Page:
On Asking “Why?” — A Philosophical Perspective on the Role of Computer Simulations for Scientific Explanation

  • Date:

    July 12

  • Speaker:

    Julie Schweer (RTG 2450, KIT, Germany)

  • Time:

    14:35 - 14:55

  • According to a widely-held view, a central goal of science is to explain or understand the world rather than just describe it. In recent times, however, some people have raised the concern that scientists’ increased reliance on sophisticated computational tools comes with a shift from explanation towards mere pattern recognition or prediction.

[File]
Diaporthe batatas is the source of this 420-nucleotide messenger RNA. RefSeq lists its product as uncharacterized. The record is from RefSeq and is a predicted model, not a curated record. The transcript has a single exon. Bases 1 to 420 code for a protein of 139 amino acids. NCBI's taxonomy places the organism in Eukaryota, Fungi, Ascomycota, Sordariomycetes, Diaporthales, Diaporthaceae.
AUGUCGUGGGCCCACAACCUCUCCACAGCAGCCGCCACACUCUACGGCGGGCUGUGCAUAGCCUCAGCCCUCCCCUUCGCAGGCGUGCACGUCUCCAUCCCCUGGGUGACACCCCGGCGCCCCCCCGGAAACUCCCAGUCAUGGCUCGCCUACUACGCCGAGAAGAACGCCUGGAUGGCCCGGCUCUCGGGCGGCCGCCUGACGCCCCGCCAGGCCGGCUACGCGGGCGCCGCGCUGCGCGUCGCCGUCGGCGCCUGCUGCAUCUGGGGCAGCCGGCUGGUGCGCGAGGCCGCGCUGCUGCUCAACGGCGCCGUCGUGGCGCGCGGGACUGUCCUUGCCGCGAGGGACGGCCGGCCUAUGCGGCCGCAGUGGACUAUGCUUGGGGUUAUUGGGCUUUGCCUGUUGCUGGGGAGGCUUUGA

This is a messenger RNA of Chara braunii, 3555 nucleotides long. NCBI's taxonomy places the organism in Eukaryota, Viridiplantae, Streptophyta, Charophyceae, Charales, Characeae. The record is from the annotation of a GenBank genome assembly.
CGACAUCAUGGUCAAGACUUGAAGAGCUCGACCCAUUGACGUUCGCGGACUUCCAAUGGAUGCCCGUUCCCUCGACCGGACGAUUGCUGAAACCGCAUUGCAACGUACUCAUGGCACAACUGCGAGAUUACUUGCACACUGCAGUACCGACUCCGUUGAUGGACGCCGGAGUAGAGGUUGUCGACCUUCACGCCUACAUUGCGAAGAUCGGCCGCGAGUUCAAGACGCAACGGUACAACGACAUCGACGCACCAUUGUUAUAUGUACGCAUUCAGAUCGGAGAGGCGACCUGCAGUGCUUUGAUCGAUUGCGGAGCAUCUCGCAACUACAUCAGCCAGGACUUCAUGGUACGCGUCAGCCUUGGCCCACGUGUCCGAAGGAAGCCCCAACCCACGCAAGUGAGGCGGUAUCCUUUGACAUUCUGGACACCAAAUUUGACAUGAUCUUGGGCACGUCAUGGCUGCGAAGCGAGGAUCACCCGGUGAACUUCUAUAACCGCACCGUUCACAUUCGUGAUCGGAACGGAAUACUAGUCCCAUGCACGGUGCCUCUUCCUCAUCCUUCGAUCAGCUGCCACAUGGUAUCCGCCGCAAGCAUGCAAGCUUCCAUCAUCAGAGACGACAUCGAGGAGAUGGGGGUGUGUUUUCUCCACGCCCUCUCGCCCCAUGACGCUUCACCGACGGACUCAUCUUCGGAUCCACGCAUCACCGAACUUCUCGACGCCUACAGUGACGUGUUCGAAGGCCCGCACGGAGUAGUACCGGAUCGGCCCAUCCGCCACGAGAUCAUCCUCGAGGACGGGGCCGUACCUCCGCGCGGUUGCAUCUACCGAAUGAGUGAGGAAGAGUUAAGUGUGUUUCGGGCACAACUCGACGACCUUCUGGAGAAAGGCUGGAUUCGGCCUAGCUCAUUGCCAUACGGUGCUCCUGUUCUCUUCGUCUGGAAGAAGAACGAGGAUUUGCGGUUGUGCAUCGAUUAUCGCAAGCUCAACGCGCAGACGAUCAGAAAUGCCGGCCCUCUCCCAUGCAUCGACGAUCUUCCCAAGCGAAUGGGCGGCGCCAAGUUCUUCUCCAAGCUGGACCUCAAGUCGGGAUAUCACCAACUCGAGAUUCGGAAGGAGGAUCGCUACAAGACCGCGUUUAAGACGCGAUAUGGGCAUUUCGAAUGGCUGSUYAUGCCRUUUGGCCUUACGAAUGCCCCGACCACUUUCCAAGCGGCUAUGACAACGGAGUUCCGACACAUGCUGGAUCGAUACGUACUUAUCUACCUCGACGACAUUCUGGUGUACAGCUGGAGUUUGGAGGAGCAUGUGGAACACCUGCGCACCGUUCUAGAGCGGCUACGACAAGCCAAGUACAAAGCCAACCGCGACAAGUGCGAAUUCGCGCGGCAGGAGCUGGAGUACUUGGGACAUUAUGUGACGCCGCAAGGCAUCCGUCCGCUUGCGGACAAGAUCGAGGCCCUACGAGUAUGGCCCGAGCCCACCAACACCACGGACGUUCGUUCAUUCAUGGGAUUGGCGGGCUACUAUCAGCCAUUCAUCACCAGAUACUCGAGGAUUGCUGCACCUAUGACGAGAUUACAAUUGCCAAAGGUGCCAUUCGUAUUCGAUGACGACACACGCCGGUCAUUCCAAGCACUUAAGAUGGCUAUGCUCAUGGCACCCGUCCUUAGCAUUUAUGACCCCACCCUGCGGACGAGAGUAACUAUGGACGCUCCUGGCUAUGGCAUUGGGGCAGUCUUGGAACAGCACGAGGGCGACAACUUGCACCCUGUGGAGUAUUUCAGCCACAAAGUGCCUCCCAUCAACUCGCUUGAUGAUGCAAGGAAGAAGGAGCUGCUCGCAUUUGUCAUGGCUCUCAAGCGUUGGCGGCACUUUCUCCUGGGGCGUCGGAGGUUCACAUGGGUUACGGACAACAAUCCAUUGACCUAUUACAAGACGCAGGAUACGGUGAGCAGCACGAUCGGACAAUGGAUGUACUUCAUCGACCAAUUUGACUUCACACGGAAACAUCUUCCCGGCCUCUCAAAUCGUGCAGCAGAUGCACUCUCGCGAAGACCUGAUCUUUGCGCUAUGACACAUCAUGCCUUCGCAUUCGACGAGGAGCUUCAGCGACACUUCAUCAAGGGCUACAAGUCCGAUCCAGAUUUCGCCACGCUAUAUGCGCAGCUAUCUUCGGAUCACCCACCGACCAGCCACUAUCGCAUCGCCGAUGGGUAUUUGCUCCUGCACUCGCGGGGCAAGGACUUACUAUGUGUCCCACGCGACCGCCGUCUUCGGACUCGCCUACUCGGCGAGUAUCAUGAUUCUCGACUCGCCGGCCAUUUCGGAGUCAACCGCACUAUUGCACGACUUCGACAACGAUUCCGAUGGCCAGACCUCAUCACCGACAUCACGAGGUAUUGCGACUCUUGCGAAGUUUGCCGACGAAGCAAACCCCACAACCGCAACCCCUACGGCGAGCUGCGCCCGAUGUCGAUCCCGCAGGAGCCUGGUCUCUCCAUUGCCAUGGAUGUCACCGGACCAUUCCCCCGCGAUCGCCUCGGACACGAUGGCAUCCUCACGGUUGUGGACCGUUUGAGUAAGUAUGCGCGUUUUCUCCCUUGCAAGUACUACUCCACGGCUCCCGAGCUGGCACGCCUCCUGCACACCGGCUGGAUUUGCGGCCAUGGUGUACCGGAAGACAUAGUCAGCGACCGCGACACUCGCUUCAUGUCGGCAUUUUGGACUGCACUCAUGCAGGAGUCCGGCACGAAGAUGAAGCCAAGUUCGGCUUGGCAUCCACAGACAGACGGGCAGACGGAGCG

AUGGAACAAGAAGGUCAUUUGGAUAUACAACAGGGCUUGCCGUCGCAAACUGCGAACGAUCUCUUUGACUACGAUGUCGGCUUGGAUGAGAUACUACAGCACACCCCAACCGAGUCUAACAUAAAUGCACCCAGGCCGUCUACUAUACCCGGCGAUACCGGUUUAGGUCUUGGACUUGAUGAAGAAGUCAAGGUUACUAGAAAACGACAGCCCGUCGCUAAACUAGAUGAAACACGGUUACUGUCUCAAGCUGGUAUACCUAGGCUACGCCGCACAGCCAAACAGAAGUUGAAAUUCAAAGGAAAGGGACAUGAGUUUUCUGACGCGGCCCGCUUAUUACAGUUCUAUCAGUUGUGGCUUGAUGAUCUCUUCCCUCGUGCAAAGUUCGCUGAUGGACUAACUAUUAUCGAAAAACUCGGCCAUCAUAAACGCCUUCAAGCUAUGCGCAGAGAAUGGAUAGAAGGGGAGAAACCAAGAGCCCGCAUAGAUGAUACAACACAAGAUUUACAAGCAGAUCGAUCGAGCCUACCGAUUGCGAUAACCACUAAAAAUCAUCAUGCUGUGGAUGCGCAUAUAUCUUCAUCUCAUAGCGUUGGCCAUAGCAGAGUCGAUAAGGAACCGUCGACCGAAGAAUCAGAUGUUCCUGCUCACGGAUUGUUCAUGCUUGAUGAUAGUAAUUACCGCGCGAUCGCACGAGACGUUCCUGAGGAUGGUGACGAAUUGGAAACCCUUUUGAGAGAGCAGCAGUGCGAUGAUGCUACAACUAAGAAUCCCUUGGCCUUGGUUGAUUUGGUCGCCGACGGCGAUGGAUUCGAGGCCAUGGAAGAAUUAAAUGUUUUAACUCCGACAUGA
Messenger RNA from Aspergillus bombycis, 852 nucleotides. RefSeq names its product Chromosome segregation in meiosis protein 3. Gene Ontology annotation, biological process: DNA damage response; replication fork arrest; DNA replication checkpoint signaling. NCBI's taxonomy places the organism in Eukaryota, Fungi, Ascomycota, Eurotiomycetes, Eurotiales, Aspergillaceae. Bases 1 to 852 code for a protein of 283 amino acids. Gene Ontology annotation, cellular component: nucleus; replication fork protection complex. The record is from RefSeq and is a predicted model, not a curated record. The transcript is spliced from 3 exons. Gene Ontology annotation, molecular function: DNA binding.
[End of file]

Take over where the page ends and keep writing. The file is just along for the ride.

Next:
Clarifying how explanations can be obtained with the help of computational tools such as computer simulations presupposes a reflection about what scientific explanation amounts to. What does it take to explain rather than just describe the behavior of a given system? Answering this question does not seem trivial, especially if the system under investigation is very complex. What are we looking for when trying to obtain scientific explanations? Are explanation and prediction just two sides of the same coin? In the first part of my talk, I introduce two traditional philosophical accounts of scientific explanation. While both of these accounts have been met with substantive criticisms, a discussion of these criticisms points to some interesting challenges that arise when clarifying the nature and scope of scientific explanation. In the second part of my talk, I offer some suggestions about the characteristics of scientific explanations that concern complex phenomena and give an outlook on the role that computer simulations can play for scientific explanation.